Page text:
Turkish and oil equity ETFs were the biggest winners of 2022 in a tough year for market performance.
Generating outperformance has been a mighty task for almost every asset class over the past 12 months as geopolitical and macro headwinds have left little place for investors to hide.
The Russian invasion of Ukraine and the subsequent global energy crisis meant another bumper year for the sector while broad commodities also experienced strong performance as most of the world fully opened following two years of COVID-19.
Highlighting energy stocks’ dominance, the price of crude oil remains at an eight-year high despite retreating to where it was at the start of the year.
Following a torrid year for the Turkish equity market in 2021, the country has experienced a remarkable turnaround over the past 12 months. Despite facing rampant inflation, Turkey’s central bank has gone against global consensus and cut interest rates in a bid to boost consumer spending.
Meanwhile, Brazil ETFs have also benefitted from the strong commodity performance, catapulting them toward the top of the charts of the best-performing ETFs of last year.
Having featured in the worst-performing ETFs article of 2021, last year proved to be a remarkable turnaround for Turkish equities despite facing many of the same headwinds as its emerging market counterparts.
Much of this can be attributed to President Recep Erdogen’s approach to monetary policy highlighting the need for investors to tread with caution.
In stark contrast to most other governments dealing with rampant inflation, Erdogen slashed interest rates from 19% in September 2021 to 9% last November to boost the economy and even fired central bankers who disagreed with his measures.
While the strategy delivered a boost to its stock market, it has had a disastrous effect on the country’s economy. Inflation hit 84.4% in November versus 21.3% 12 months earlier while the Turkish lira is 36.5% down on the US dollar over the same period.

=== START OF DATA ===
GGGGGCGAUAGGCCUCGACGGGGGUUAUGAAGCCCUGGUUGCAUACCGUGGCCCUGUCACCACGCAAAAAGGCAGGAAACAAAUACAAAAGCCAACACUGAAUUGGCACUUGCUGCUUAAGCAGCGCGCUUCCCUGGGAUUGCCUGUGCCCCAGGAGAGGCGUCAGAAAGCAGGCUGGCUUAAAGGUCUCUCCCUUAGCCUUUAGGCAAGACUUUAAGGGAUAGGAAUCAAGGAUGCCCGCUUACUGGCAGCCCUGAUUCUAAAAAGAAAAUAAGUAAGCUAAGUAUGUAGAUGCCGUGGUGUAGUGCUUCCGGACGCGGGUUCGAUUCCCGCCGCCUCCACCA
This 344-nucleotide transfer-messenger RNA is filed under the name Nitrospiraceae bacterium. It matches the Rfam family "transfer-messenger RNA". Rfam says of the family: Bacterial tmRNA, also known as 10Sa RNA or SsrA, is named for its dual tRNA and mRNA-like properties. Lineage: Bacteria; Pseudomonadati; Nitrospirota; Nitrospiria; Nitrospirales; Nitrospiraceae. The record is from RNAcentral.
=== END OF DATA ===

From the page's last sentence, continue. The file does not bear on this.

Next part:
Looking to safeguard their savings, local retail investors have poured into Turkish stocks, with trading accounts up 32% this year, according to Turkey’s Central Securities Depository.
This has helped ETFs tracking Turkish stocks to see a huge outperformance over this period. Topping the charts is the Lyxor MSCI Turkey UCITS ETF (TURL) which returned 89% in 2022 and was the best-performing ETF in Europe over the period.
As rising demand following the big COVID-19 reopening pushed energy stocks to the top of the charts in 2021, a supply shock following the shunning of Russian oil and gas has led to a huge outperformance of the sector in 2022.
Crude oil hit a 14-year high in June at $120 a barrel as the energy crisis following the Russian invasion of Ukraine peaked fuelling strong sector performance.
Topping the charts are several US energy sector ETFs. The sector was the biggest contributor to earnings growth for the S&P 500 at 5.1% as oil companies posted bumper profits.
These include the iShares S&P 500 Energy Sector UCITS ETF (IESU), the Xtrackers MSCI USA Energy UCITS ETF (XSEN) and the SPDR S&P US Energy Select Sector UCITS ETF (GXLE) which returned 64.8%, 64.2% and 63.9%, respectively.
Meanwhile, the purer sector plays including the iShares Oil & Gas Exploration & Production UCITS ETF (SPOG), which tracks the S&P Commodity Producers Oil and Gas Exploration & Production index, returned 41.4% in 2022.
Much like the energy sector, the early-year rally of commodity ETFs cooled in the second half of 2022 as supply pressures eased following the onset of the war in Ukraine in February.
Diversified commodity ETFs still posted a strong year however as energy, agriculture and precious metals all saw favourable macro-economic conditions.
Leading the way was the Lyxor Commodities Refinitiv/CoreCommodity CRB TR UCITS ETF (CRBL) with returns of 23%.
This was closely followed by the L&G Multi-Strategy Enhanced Commodities UCITS ETF (ENCO) and the Xtrackers Bloomberg Commodity ex-Agriculture & Livestock Swap UCITS ETF (XBCU) which returned 22.6% and 20.3%, respectively.
Despite its outperformance over the past 12 months, JP Morgan said the asset class was in a “super-cycle” and maintained an overweight positioning to the asset class going into next year but added these must be balanced against a recession risk.
Brazilian equity ETFs have experienced a strong year, driven by performance in the first half of the year in particular, after Russia’s invasions of Ukraine pushed up commodity prices globally.
Exports reached record-high levels in 2022, pushed up by the positive commodity shock and diversification of its export partners, according to the Bank of America.
The ETFs that best captured the market in 2022 are the iShares MSCI Brazil UCITS ETF (IBZL) and the Lyxor MSCI Brazil UCITS ETF (RIOL) which returned 15.9% and 15.5%, respectively. Meanwhile, the Amundi MSCI Brazil UCITS ETF (BRZ) posted returns of 12.8%.
A recent poll by Reuters suggested Brazil stocks will rally a further 13% by the end of 2023, however, market experts have warned recently elected president Luiz Inácio Lula da Silva’s potential slower than anticipated monetary policy easing and lower commodity prices could hurt its stock market.